In a previous post I wrote about disk wiping tools. If you haven’t read that article, I suggest reading it before reading this one. Also, this article is written with the assumption that the reader has a fair amount of technical knowledge.
The reasons for wanting to wipe a hard disk drive are many:
- You might expect a visit by NSA-SCS.
- You might suspect a rootkit infestation.
- You might wish to sell your old computer or throw it away and you don’t want your anyone else to get a hold of your private data 1).
- Same as above, only for companies, hospitals, law firms or anyone else with legal obligation to prevent the spreading of sensitive data.
- You’re simply paranoid.
Whatever your reasons are, you need to make sure that the data that used to be on your hard drive are gone, hence the need for a disk wiping tool.
But as mentioned in my previous post, wiping tools – that is; block erase wiping tools (BEWTs) – have certain limitations:
- Hidden data areas (HPA/DCO) might not be wiped, possibly leaving rootkits in place (although probably non-functional).
- Blocks marked as bad by the hard drive itself are not wiped (blocks marked as bad by the operating system only will be wiped). This information is possible to recover using exotic forensic techniques 2).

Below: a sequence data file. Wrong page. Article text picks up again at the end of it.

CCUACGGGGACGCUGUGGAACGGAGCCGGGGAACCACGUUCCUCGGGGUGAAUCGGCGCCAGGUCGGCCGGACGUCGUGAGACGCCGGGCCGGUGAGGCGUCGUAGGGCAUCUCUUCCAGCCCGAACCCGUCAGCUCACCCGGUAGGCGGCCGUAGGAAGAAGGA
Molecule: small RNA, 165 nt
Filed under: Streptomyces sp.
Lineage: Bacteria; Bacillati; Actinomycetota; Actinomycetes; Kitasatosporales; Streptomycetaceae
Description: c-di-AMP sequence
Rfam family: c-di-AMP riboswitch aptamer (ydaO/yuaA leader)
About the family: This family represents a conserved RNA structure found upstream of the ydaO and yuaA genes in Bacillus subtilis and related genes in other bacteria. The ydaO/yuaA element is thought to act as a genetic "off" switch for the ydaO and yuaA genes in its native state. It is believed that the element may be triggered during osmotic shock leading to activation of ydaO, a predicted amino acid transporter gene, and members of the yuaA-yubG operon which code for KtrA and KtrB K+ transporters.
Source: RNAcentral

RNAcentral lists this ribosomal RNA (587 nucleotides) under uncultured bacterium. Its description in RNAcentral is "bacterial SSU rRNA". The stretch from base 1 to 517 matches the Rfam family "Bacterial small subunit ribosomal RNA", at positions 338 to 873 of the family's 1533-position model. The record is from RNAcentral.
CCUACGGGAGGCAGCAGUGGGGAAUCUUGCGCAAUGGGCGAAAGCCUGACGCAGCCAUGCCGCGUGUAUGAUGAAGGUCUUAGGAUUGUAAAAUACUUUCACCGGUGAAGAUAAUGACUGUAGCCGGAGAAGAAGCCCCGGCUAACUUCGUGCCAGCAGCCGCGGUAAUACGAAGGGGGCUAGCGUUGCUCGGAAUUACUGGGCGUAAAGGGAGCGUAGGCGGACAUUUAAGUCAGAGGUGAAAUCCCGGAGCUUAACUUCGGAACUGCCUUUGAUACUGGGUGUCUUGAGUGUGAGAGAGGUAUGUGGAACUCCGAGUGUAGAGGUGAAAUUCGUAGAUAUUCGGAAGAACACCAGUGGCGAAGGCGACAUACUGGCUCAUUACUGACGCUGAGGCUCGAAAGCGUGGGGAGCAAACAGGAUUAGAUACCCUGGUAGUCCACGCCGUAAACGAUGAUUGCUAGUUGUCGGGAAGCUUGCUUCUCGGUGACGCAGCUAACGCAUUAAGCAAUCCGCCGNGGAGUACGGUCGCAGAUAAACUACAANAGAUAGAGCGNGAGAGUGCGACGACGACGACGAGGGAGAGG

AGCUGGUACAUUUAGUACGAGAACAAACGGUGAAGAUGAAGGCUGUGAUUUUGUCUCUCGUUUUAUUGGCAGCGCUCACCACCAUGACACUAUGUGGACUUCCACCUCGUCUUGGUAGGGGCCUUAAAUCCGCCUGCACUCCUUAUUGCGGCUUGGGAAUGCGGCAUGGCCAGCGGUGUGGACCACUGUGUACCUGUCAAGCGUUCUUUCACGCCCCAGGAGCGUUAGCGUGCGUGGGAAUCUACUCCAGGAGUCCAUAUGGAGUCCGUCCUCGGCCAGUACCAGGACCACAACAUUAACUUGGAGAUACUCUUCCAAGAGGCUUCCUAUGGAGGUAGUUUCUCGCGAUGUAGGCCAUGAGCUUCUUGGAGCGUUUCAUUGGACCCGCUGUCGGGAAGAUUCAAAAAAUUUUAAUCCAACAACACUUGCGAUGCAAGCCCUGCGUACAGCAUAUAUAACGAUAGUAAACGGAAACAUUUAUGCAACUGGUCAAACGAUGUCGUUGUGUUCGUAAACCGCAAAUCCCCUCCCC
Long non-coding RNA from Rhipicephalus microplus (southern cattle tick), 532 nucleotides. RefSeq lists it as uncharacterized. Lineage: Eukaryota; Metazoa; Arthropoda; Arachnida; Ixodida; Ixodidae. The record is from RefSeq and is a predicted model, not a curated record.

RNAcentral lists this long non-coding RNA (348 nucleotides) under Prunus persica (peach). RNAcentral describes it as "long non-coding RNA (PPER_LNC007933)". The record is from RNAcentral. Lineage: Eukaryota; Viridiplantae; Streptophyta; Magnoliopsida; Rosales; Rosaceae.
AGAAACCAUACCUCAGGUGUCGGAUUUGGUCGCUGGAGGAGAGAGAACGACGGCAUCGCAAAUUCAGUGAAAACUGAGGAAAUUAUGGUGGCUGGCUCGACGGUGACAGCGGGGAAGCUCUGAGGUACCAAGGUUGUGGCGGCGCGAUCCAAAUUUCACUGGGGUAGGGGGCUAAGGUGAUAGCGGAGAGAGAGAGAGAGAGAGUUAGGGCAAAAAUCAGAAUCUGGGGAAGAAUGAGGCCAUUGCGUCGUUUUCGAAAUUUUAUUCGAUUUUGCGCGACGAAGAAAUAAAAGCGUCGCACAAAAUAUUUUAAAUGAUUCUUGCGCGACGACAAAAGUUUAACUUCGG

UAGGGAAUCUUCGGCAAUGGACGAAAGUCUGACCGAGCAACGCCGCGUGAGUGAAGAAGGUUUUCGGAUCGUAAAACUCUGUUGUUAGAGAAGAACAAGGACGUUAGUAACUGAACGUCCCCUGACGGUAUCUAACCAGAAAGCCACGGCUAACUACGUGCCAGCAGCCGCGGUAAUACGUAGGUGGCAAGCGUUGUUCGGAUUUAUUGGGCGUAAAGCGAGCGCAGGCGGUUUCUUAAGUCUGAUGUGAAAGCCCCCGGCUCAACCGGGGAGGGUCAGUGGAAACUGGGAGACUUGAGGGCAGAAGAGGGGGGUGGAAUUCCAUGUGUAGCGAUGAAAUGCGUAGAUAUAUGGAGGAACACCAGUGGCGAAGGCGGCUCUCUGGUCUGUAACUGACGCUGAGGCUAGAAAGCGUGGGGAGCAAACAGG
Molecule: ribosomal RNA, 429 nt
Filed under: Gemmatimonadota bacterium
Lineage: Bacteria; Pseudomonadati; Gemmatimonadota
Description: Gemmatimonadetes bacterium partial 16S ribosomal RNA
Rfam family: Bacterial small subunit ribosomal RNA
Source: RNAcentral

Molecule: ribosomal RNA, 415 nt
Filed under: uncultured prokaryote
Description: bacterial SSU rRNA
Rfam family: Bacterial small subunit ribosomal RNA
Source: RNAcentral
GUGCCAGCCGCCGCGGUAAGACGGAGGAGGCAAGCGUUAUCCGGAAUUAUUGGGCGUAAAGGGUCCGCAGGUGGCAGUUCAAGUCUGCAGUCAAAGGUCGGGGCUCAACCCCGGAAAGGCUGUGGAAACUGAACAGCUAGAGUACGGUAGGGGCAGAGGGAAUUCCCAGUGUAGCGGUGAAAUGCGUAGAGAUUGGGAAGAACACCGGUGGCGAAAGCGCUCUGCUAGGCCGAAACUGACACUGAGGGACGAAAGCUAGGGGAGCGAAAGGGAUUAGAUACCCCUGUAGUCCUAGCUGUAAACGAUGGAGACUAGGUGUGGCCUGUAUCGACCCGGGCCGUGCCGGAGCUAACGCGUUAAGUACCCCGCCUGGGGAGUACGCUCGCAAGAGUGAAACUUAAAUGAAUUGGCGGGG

In addition to these two previously mentioned limitations, the following apply:
- When data is overwritten (block erased), the old data on the hard drives might leave magnetic information on off-track areas of the hard drive. BEWTs have no way of erasing this off-track information. This information is theoretically possible to recover using exotic forensict techniques. 3)
- On modern, high-capacity drives, multiple overwrites are no more effective than a single overwrite. 4)
- BEWTs are suseptible to malware attacks. 5)
- Using BEWTs takes time. Following the old DoD 5220.22-M directive of 3 consecutive wipes might take as much as 24 hours on a 250GB disk. BEWTs can exceed the DoD standard and wipe a drive as many as 35 times, leaving the computer used for wiping non-operational for weeks.
- When you’ve run a BEWT, you have little posibility of verifying that a complete wipe has taken place; that all user accessible areas has been wiped. You’ll have to rely on the information that the BEWT gives you.
Enter Security Erase
Lately there’s been some hype about the relatively new ATA command addition called Secure Erase (part of the ATA Security Feature Set), from now on refered to as “ATA-SE”. ATA-SE is an ATA command (SECURITY ERASE UNIT) built into hard drive firmware that, if executed, orders the hard disk drive to wipe itself. Using software similar to BEWTs (boot disk with an ATA command program) you can trigger this built-in function, wiping your hard drive. Alternatively, you can use the same program to simply lock the hard drive rendering it useless, so that only a wipe (or providing the correct password) can unlock the drive to make it usable again 6). If you have a disk drive produced 2001 or later (with a capacity of 15GB or higher) there’s a 99% chance that your hard drive implements ATA-SE.
But what’s the hype about?